Fantasy Baseball

2013 Fantasy Baseball: Anatomy Of A Mock Draft

Just a few weeks ago, I had the pleasure of taking part in a slow mock draft with my colleagues over at RotoGraphs — the fantasy baseball sector of FanGraphs. This was a 12-team standard, 5×5 rotisserie format.

Although I will only be commenting on my own team, you can see the entire draft here.

Preparing for your fantasy baseball draft is never easy, especially when you’re not familiar with the competition. With that said, this means those you are competing against won’t be familiar with you and your strategies either — creating a level playing field. So I slapped together a few strategies and stuck to them:

1. Draft speed/power combination players
2. Draft high strikeout starting pitchers
3. Look for starting pitcher value late in the draft
4. Don’t pay for saves
5. Don’t overreact to ADP or position scarcity

Pos Hitters Pick Pos Pitching Staff Pick
C Brian McCann 14.8 SP Felix Hernandez 4.8
1B Mark Teixeira 8.8 SP Matt Moore 7.5
2B Brandon Phillips 6.8 SP Tim Lincecum 11.5
3B Martin Prado 10.8 SP Josh Johnson 12.8
SS Starlin Castro 3.5 SP Wade Miley 16.8
OF Matt Kemp 1.5 RP Addison Reed 13.5
OF Jason Heyward 2.8 RP Chris Perez 15.5
OF Jay Bruce 5.5 B Brandon Beachy 19.5
UTL Freddie Freeman 9.5 B Brandon McCarthy 20.8
B Emilio Bonifacio 18.8 B Rafael Soriano 21.5
B Alejandro de Aza 17.5 B Bruce Rondon 22.8
B Billy Hamilton 23.5


The first three rounds went off without a hitch. Selecting Kemp and Heyward back-to-back was a dream come true. If I can pull this off in any of my real drafts, I will do it in heartbeat. Both of those outfielders are in my top 20 overall and are four-to-five category contributors, with batting average being the category in question. I fell victim to one of my strategies in the third round — don’t overreact to position scarcity  — with the selection of Starlin Castro, but I felt this was a fine landing spot for him considering the offensive balance he could bring to the team at a shallow position. The only other player I considered at 3.5 was Justin Upton.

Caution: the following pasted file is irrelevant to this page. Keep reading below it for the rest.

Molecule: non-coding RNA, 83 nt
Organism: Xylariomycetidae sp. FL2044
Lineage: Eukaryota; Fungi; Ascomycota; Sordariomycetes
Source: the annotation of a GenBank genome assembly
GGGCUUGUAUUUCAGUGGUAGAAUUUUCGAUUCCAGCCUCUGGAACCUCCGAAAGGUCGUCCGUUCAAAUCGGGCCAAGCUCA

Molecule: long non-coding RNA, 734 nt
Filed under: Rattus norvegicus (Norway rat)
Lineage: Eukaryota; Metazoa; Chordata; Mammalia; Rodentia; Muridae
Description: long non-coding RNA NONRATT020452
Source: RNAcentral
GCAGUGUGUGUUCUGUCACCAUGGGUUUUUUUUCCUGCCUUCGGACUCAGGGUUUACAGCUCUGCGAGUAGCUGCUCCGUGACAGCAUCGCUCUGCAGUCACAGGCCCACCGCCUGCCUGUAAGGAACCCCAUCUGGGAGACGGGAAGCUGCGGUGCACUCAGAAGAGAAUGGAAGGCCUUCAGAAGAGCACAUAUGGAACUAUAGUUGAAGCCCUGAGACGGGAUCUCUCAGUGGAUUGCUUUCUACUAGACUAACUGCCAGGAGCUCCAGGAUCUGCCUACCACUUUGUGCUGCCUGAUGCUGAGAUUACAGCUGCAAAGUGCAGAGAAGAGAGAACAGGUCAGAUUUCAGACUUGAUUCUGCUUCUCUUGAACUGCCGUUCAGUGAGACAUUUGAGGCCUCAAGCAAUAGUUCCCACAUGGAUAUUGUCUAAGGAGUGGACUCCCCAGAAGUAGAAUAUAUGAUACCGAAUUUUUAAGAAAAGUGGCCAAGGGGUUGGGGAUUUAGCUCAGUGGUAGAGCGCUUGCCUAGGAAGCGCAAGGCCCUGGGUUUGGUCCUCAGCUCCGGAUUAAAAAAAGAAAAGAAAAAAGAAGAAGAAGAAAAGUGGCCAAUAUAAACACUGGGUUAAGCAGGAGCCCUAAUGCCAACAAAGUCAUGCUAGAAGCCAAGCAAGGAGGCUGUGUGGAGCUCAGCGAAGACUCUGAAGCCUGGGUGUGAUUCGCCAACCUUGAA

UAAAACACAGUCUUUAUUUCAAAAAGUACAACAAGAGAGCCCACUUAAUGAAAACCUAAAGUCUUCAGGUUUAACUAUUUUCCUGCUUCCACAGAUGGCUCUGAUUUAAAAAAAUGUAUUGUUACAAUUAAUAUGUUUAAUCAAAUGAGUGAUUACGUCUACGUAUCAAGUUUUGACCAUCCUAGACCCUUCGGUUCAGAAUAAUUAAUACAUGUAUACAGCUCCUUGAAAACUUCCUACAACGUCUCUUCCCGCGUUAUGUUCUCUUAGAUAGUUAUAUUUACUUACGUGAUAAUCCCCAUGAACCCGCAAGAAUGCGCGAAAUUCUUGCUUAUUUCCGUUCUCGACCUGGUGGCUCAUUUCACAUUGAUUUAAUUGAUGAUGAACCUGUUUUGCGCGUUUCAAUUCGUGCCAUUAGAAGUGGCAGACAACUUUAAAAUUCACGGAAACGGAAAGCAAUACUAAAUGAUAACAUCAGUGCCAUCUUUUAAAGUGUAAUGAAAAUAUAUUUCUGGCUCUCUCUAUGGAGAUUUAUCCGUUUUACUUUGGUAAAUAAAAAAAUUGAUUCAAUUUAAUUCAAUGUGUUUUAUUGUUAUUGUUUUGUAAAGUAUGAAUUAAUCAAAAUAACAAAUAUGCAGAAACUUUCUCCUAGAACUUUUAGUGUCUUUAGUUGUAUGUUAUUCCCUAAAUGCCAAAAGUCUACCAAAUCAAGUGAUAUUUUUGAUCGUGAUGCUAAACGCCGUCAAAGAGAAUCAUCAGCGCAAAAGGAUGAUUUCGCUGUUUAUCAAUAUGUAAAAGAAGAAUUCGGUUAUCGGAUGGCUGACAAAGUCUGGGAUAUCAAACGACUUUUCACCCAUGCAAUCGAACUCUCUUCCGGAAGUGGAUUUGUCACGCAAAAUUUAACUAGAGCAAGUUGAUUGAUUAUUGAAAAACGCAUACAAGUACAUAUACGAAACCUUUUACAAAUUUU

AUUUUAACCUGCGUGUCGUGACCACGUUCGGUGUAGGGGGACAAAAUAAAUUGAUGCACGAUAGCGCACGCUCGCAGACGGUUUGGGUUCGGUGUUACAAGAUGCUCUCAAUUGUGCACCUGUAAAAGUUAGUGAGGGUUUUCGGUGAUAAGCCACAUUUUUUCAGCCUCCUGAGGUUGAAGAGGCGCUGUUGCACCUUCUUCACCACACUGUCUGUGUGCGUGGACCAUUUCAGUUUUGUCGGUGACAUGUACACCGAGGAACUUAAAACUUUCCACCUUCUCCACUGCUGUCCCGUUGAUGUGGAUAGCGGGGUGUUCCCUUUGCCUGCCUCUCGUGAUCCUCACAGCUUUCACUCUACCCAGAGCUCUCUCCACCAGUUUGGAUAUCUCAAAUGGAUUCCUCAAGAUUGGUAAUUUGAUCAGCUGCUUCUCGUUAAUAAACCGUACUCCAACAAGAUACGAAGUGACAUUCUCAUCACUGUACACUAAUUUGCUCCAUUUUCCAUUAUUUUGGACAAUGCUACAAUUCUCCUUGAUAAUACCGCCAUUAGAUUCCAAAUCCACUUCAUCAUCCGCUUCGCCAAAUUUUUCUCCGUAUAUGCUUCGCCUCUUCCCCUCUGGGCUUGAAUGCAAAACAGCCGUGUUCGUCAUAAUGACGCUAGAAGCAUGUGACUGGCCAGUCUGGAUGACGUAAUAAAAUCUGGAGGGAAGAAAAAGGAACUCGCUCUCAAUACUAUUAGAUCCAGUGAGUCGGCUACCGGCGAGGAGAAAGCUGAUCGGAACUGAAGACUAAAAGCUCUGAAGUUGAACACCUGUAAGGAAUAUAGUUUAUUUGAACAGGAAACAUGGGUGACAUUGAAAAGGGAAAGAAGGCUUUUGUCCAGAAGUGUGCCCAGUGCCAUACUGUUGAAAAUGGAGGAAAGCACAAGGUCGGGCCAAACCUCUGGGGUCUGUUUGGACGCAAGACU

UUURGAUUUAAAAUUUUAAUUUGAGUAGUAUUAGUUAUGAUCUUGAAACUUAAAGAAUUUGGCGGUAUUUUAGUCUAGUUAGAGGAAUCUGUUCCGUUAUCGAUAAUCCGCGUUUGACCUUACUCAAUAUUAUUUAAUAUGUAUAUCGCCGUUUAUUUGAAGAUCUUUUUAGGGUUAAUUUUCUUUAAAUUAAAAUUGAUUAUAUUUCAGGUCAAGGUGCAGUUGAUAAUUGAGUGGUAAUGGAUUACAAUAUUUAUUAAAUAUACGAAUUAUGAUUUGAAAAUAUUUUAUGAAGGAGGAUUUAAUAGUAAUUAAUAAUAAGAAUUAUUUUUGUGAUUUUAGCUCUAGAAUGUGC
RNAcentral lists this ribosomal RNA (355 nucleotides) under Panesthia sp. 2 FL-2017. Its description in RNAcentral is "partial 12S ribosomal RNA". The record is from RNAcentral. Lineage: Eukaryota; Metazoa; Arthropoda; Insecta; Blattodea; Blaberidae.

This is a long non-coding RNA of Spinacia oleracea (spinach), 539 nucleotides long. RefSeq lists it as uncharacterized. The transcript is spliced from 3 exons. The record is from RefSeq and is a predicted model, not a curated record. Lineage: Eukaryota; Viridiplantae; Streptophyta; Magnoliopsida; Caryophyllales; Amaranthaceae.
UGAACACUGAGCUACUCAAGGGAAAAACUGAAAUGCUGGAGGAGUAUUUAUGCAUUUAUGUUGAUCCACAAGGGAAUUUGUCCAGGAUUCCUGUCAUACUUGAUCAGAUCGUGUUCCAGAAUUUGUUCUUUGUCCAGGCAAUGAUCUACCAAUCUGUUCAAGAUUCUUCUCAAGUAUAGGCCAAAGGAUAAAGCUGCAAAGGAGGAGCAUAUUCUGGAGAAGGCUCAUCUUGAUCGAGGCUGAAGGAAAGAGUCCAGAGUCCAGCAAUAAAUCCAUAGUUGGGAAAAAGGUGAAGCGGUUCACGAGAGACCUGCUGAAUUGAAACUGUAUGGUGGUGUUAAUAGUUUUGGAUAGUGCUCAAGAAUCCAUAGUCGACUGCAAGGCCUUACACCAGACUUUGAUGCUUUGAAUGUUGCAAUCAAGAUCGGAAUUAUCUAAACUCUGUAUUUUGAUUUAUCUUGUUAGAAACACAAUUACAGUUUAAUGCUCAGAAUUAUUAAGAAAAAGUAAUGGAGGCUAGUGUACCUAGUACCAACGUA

The middle rounds afforded me the opportunity to draft steady bats like Jay Bruce, Brandon Phillips, Mark Teixeira and Freddie Freeman. While there are some definite holes in their games, each player provided either upside at a position of need or the ability to pad the counting stats.

The additions of Prado, Bonifacio, de Aza and Billy Hamilton gave me lineup flexibility and a considerable amount of speed. If and when Hamilton arrives in the league this season, he should guide me to winning the stolen base category, if I didn’t have it locked by then anyway.


Typically, I will not draft a starting pitcher before the sixth round of a 12-team draft, but with six hurlers already off the board, Felix Hernandez seemed to be a worthy pick late in the fourth round. I understand he won’t be getting me a ton of wins, but he’s the high strikeout starter I coveted to anchor the staff.

Depth and upside are both present on this staff with Matt Moore, Tim Lincecum, Josh Johnson Wade Miley and Brandon McCarthy. Brandon Beachy will slip into a disabled list slot once the season begins and I would likely snag one of the many starters still available on the wire until he is ready for action — likely after the All-Star Break.

The Rafael Soriano selection in the 21st round may appear shrewd on the surface, however, it was more luck than anything else. Just moments before the Soriano deal was announced with the Nationals, it became my turn to select a player and I quickly claimed the closer. Although the Soriano selection was a product of a slow mock and the free agent process, my selection of Bruce Rondon in the 22nd round was not. The young fireballer will start the season as the closer in Detroit — further padding the notion that one does not need to “pay for saves.”

Overall, I’m very happy with this fake team. I think if this league were to play out, I would definitely finish in the top third. There are many strengths to this team, but I think I may have some difficulty competing in the wins and ratio categories.

Now it’s time for you to get your mock draft on. Are you prepared? If not, don’t worry. We already did the work for you with our 2013 fantasy baseball draft kit.

Previous post

30 Prospects in 30 Days: Cody Buckel – SP – Texas Rangers

Next post

2013 Fantasy Baseball: 3B Projections and Roto Ratings

No Comment

Leave a reply

Your email address will not be published. Required fields are marked *

This site uses Akismet to reduce spam. Learn how your comment data is processed.